In her PhD dissertation for University College London, Kathleen Rose Palti looks at 15th century song lyrics, how they were used and circulated, and women's roles in the production of the songs.
‘Synge we now alle and sum’: Three Fifteenth-Century Collections of Communal Song. By Kathleen Rose Palti. Abstract:
PhD Dissertation, University College London (2008)
Abstract: The manuscripts British Library, Sloane MS 2593, Bodleian Library, MS Eng. poet. e.1, and St John’s College, Cambridge, MS S.54 are compact collections of song lyrics written during the fifteenth century, largely without notation. My thesis seeks to develop responsive ways of reading these anthologies and uses the manuscripts to illumine the creative processes that produced and circulated their songs. I integrate attention to song lyrics within the material books and exploration of wider textual networks. As many of the anthologies’ texts are in carol form, a combination of refrain parts and stanzas, the books provide an opportunity to examine the form’s identity and significance within fifteenth-century English songwriting.
The thesis is in three parts and the first introduces critical approaches to the manuscripts and the carol, followed by an examination of the books and their contexts, especially manuscripts with which the anthologies have textual connections. The central section investigates the songs’ production and circulation by examining textual networks, how the anthologies were written, how the songs may have been performed, and the role of memory in shaping the songs and anthologies. The final part explores women’s role in the songs, the range of forms used, and the centrality of the many imagined voices and performances within the texts.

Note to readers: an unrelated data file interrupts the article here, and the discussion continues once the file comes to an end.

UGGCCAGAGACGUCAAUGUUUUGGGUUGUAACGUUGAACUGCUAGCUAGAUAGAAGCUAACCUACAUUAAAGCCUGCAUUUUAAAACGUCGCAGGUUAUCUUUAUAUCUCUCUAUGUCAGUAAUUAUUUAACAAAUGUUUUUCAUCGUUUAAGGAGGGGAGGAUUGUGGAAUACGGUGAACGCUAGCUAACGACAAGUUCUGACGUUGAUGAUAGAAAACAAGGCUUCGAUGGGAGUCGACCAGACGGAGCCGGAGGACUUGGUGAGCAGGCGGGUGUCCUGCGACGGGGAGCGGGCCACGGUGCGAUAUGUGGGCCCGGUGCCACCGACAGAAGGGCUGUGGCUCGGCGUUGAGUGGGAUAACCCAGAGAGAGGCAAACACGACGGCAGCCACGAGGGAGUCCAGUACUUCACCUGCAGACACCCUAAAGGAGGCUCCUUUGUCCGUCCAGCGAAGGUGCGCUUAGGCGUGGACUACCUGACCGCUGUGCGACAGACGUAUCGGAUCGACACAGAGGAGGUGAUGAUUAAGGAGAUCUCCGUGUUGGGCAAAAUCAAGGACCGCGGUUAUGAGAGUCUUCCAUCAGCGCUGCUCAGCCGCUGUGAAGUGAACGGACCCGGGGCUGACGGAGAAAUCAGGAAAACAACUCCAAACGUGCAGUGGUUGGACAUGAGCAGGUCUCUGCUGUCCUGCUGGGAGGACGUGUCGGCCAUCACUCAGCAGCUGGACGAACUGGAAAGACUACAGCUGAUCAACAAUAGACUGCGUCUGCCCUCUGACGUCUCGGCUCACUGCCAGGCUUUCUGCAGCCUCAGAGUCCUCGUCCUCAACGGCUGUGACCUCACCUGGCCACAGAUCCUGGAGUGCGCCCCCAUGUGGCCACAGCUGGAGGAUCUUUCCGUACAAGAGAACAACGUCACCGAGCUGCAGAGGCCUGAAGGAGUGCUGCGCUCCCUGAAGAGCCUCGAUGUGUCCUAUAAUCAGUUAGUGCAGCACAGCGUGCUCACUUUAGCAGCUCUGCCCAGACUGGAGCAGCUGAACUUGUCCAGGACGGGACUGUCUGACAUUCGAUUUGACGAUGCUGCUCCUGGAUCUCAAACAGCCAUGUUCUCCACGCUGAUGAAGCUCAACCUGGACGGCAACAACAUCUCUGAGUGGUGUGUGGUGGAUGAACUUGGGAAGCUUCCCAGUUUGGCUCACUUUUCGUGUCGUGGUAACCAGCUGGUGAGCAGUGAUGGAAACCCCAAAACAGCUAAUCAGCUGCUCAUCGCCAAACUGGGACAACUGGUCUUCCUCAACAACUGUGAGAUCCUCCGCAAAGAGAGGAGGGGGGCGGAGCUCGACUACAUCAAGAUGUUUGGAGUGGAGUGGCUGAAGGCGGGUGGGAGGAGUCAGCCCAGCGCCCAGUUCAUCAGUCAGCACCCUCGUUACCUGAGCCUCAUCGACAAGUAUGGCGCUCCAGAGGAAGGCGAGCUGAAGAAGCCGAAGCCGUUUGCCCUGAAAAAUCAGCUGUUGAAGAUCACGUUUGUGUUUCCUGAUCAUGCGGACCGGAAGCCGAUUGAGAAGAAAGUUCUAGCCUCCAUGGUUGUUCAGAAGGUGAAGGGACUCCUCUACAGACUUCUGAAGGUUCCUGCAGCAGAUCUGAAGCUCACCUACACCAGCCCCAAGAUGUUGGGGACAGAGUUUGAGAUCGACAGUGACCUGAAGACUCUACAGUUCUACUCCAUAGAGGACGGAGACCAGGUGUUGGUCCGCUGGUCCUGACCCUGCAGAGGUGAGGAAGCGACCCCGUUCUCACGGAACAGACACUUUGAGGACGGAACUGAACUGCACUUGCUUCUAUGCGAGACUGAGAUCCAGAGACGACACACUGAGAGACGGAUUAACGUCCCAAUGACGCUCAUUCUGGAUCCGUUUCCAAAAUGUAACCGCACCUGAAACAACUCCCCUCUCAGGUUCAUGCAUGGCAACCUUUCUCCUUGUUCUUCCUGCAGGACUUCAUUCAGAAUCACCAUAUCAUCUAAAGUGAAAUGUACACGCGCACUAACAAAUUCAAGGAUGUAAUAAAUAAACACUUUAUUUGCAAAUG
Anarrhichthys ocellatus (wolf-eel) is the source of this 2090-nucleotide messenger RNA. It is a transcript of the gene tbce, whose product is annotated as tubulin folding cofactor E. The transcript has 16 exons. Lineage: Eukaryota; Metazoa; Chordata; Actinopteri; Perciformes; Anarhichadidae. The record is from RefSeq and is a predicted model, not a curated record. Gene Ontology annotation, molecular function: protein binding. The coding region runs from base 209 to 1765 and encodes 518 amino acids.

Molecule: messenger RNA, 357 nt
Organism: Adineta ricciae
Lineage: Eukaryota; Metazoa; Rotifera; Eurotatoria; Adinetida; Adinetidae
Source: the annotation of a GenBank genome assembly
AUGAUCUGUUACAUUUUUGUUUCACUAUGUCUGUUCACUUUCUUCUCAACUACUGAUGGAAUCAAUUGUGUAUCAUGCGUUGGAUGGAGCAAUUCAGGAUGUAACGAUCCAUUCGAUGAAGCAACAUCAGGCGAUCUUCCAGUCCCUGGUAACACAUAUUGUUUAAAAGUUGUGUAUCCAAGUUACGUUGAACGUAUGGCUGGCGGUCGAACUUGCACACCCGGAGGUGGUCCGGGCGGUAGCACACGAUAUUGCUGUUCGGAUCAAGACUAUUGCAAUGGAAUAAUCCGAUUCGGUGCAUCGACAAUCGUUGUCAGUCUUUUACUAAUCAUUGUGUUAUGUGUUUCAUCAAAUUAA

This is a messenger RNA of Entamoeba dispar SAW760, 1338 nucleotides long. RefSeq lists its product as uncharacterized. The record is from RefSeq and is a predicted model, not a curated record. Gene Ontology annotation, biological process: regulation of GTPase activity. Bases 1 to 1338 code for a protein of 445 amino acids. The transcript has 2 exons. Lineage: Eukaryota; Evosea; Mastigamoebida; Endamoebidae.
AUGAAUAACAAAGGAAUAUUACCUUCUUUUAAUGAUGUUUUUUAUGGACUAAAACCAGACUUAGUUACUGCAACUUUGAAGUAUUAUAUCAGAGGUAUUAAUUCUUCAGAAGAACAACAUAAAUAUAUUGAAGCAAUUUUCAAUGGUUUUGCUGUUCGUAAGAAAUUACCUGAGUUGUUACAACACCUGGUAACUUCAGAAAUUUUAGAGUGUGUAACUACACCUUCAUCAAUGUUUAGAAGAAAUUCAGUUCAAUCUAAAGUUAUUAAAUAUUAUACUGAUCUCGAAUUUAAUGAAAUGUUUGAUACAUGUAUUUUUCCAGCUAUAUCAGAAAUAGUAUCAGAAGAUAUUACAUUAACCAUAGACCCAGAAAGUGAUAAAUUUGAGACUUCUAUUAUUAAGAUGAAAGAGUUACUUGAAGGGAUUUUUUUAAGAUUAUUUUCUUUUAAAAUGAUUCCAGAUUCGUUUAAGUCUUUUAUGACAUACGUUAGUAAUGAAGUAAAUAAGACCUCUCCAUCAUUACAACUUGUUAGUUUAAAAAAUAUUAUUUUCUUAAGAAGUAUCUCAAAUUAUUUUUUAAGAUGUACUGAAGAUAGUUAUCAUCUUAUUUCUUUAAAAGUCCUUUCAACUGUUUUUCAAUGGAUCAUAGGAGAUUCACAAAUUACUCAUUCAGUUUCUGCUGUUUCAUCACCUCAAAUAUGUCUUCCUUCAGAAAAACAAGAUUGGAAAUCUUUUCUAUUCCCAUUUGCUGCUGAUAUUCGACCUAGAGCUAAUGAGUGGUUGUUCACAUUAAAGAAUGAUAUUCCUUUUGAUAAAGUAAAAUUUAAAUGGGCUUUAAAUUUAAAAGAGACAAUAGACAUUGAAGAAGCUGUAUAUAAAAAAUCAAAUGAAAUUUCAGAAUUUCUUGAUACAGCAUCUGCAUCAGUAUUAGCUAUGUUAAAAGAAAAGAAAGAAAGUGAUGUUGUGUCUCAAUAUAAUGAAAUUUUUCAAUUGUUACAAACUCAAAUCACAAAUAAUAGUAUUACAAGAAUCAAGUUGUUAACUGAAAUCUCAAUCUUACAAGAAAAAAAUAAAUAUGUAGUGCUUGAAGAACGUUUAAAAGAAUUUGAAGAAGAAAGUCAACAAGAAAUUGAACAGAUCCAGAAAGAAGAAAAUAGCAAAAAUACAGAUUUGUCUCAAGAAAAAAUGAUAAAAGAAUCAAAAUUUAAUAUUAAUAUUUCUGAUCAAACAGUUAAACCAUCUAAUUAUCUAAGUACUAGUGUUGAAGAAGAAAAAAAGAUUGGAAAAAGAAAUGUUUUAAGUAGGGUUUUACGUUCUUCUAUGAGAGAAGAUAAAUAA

This is the first extended study focused upon these three sources, which as anthologies offer insight into ways songs were shared and organised. I investigate the role of short collections and booklets in the construction of longer anthologies, and the possibility of an especially productive song culture within fifteenth-century East Anglia. Rather than repeating assertions familiar from earlier studies of carols that the anthologies’ songs are either popular or clerical productions, I suggest how the anthologies engage with communal performance cultures and participate in varied song traditions, from liturgy to lullaby.
The article includes links to PDF versions of the complete dissertation and appendices.